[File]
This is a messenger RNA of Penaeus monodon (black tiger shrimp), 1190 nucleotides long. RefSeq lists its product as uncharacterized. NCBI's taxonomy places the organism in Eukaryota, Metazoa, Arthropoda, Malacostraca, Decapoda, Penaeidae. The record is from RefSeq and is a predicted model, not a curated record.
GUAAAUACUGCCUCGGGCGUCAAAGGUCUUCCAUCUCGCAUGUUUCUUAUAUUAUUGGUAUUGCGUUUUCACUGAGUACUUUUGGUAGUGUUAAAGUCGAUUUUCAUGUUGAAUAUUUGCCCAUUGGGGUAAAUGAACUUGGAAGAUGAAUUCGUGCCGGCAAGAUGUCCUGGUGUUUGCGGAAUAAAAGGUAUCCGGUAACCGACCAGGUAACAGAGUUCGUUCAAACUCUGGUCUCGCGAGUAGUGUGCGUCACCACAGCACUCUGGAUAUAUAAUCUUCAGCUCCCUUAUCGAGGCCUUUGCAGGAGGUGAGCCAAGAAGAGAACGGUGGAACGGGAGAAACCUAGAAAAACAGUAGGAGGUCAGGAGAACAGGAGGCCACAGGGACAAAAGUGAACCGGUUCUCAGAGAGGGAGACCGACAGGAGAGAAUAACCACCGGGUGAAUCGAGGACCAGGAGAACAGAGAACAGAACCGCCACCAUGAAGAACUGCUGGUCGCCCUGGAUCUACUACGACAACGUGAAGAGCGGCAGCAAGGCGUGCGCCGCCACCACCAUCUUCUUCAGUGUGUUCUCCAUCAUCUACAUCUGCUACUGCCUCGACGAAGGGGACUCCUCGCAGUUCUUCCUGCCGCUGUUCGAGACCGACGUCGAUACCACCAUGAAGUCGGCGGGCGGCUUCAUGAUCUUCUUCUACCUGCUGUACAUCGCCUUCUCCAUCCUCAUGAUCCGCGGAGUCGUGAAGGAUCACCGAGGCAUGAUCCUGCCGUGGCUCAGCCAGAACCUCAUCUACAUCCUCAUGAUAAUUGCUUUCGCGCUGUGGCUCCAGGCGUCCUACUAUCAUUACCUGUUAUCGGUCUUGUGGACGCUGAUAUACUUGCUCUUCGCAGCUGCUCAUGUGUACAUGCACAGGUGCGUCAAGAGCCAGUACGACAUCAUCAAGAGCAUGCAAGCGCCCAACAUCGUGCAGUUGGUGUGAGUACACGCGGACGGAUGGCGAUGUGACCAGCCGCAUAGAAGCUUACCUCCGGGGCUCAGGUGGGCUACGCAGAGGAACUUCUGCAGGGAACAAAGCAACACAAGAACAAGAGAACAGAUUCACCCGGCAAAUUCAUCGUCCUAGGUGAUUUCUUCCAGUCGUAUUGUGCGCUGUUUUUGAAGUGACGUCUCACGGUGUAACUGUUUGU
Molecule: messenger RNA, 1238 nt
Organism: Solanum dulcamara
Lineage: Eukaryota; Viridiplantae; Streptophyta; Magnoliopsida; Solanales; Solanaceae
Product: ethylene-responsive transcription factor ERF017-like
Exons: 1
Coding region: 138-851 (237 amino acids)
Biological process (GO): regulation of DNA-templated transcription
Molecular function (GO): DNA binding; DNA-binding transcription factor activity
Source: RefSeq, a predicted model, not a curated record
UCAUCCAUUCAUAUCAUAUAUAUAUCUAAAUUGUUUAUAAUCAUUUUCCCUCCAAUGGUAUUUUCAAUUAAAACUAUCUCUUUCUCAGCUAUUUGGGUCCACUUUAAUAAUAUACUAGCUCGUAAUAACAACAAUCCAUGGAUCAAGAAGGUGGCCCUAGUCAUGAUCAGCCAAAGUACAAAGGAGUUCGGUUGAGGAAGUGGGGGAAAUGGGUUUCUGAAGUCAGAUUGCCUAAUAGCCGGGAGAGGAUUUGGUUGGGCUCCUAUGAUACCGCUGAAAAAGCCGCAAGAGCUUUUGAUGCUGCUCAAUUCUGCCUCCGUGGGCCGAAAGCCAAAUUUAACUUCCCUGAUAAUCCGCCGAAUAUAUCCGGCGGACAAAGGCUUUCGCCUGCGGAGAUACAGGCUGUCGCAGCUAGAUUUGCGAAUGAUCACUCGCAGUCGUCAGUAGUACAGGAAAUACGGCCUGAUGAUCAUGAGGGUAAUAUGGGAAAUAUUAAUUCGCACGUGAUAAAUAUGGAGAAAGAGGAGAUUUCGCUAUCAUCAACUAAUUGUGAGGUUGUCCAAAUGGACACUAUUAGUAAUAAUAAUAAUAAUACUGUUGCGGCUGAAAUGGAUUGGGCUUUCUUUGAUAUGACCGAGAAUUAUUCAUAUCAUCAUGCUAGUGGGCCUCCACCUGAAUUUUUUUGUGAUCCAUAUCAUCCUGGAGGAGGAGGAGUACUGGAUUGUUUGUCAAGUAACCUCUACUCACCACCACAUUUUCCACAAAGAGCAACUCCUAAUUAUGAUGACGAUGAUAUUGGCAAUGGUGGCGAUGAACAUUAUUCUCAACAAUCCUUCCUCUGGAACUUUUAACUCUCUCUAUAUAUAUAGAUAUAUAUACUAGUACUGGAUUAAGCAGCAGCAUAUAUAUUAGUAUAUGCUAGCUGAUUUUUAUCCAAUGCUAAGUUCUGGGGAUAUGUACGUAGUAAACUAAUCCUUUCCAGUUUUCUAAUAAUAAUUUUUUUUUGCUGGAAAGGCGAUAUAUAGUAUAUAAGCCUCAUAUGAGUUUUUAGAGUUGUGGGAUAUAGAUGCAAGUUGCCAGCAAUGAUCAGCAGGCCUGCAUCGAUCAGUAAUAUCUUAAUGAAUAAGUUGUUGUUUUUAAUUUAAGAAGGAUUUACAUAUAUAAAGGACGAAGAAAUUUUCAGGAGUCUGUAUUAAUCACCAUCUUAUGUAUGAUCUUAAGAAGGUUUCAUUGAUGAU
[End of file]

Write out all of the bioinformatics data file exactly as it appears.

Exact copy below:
This is a messenger RNA of Penaeus monodon (black tiger shrimp), 1190 nucleotides long. RefSeq lists its product as uncharacterized. NCBI's taxonomy places the organism in Eukaryota, Metazoa, Arthropoda, Malacostraca, Decapoda, Penaeidae. The record is from RefSeq and is a predicted model, not a curated record.
GUAAAUACUGCCUCGGGCGUCAAAGGUCUUCCAUCUCGCAUGUUUCUUAUAUUAUUGGUAUUGCGUUUUCACUGAGUACUUUUGGUAGUGUUAAAGUCGAUUUUCAUGUUGAAUAUUUGCCCAUUGGGGUAAAUGAACUUGGAAGAUGAAUUCGUGCCGGCAAGAUGUCCUGGUGUUUGCGGAAUAAAAGGUAUCCGGUAACCGACCAGGUAACAGAGUUCGUUCAAACUCUGGUCUCGCGAGUAGUGUGCGUCACCACAGCACUCUGGAUAUAUAAUCUUCAGCUCCCUUAUCGAGGCCUUUGCAGGAGGUGAGCCAAGAAGAGAACGGUGGAACGGGAGAAACCUAGAAAAACAGUAGGAGGUCAGGAGAACAGGAGGCCACAGGGACAAAAGUGAACCGGUUCUCAGAGAGGGAGACCGACAGGAGAGAAUAACCACCGGGUGAAUCGAGGACCAGGAGAACAGAGAACAGAACCGCCACCAUGAAGAACUGCUGGUCGCCCUGGAUCUACUACGACAACGUGAAGAGCGGCAGCAAGGCGUGCGCCGCCACCACCAUCUUCUUCAGUGUGUUCUCCAUCAUCUACAUCUGCUACUGCCUCGACGAAGGGGACUCCUCGCAGUUCUUCCUGCCGCUGUUCGAGACCGACGUCGAUACCACCAUGAAGUCGGCGGGCGGCUUCAUGAUCUUCUUCUACCUGCUGUACAUCGCCUUCUCCAUCCUCAUGAUCCGCGGAGUCGUGAAGGAUCACCGAGGCAUGAUCCUGCCGUGGCUCAGCCAGAACCUCAUCUACAUCCUCAUGAUAAUUGCUUUCGCGCUGUGGCUCCAGGCGUCCUACUAUCAUUACCUGUUAUCGGUCUUGUGGACGCUGAUAUACUUGCUCUUCGCAGCUGCUCAUGUGUACAUGCACAGGUGCGUCAAGAGCCAGUACGACAUCAUCAAGAGCAUGCAAGCGCCCAACAUCGUGCAGUUGGUGUGAGUACACGCGGACGGAUGGCGAUGUGACCAGCCGCAUAGAAGCUUACCUCCGGGGCUCAGGUGGGCUACGCAGAGGAACUUCUGCAGGGAACAAAGCAACACAAGAACAAGAGAACAGAUUCACCCGGCAAAUUCAUCGUCCUAGGUGAUUUCUUCCAGUCGUAUUGUGCGCUGUUUUUGAAGUGACGUCUCACGGUGUAACUGUUUGU
Molecule: messenger RNA, 1238 nt
Organism: Solanum dulcamara
Lineage: Eukaryota; Viridiplantae; Streptophyta; Magnoliopsida; Solanales; Solanaceae
Product: ethylene-responsive transcription factor ERF017-like
Exons: 1
Coding region: 138-851 (237 amino acids)
Biological process (GO): regulation of DNA-templated transcription
Molecular function (GO): DNA binding; DNA-binding transcription factor activity
Source: RefSeq, a predicted model, not a curated record
UCAUCCAUUCAUAUCAUAUAUAUAUCUAAAUUGUUUAUAAUCAUUUUCCCUCCAAUGGUAUUUUCAAUUAAAACUAUCUCUUUCUCAGCUAUUUGGGUCCACUUUAAUAAUAUACUAGCUCGUAAUAACAACAAUCCAUGGAUCAAGAAGGUGGCCCUAGUCAUGAUCAGCCAAAGUACAAAGGAGUUCGGUUGAGGAAGUGGGGGAAAUGGGUUUCUGAAGUCAGAUUGCCUAAUAGCCGGGAGAGGAUUUGGUUGGGCUCCUAUGAUACCGCUGAAAAAGCCGCAAGAGCUUUUGAUGCUGCUCAAUUCUGCCUCCGUGGGCCGAAAGCCAAAUUUAACUUCCCUGAUAAUCCGCCGAAUAUAUCCGGCGGACAAAGGCUUUCGCCUGCGGAGAUACAGGCUGUCGCAGCUAGAUUUGCGAAUGAUCACUCGCAGUCGUCAGUAGUACAGGAAAUACGGCCUGAUGAUCAUGAGGGUAAUAUGGGAAAUAUUAAUUCGCACGUGAUAAAUAUGGAGAAAGAGGAGAUUUCGCUAUCAUCAACUAAUUGUGAGGUUGUCCAAAUGGACACUAUUAGUAAUAAUAAUAAUAAUACUGUUGCGGCUGAAAUGGAUUGGGCUUUCUUUGAUAUGACCGAGAAUUAUUCAUAUCAUCAUGCUAGUGGGCCUCCACCUGAAUUUUUUUGUGAUCCAUAUCAUCCUGGAGGAGGAGGAGUACUGGAUUGUUUGUCAAGUAACCUCUACUCACCACCACAUUUUCCACAAAGAGCAACUCCUAAUUAUGAUGACGAUGAUAUUGGCAAUGGUGGCGAUGAACAUUAUUCUCAACAAUCCUUCCUCUGGAACUUUUAACUCUCUCUAUAUAUAUAGAUAUAUAUACUAGUACUGGAUUAAGCAGCAGCAUAUAUAUUAGUAUAUGCUAGCUGAUUUUUAUCCAAUGCUAAGUUCUGGGGAUAUGUACGUAGUAAACUAAUCCUUUCCAGUUUUCUAAUAAUAAUUUUUUUUUGCUGGAAAGGCGAUAUAUAGUAUAUAAGCCUCAUAUGAGUUUUUAGAGUUGUGGGAUAUAGAUGCAAGUUGCCAGCAAUGAUCAGCAGGCCUGCAUCGAUCAGUAAUAUCUUAAUGAAUAAGUUGUUGUUUUUAAUUUAAGAAGGAUUUACAUAUAUAAAGGACGAAGAAAUUUUCAGGAGUCUGUAUUAAUCACCAUCUUAUGUAUGAUCUUAAGAAGGUUUCAUUGAUGAU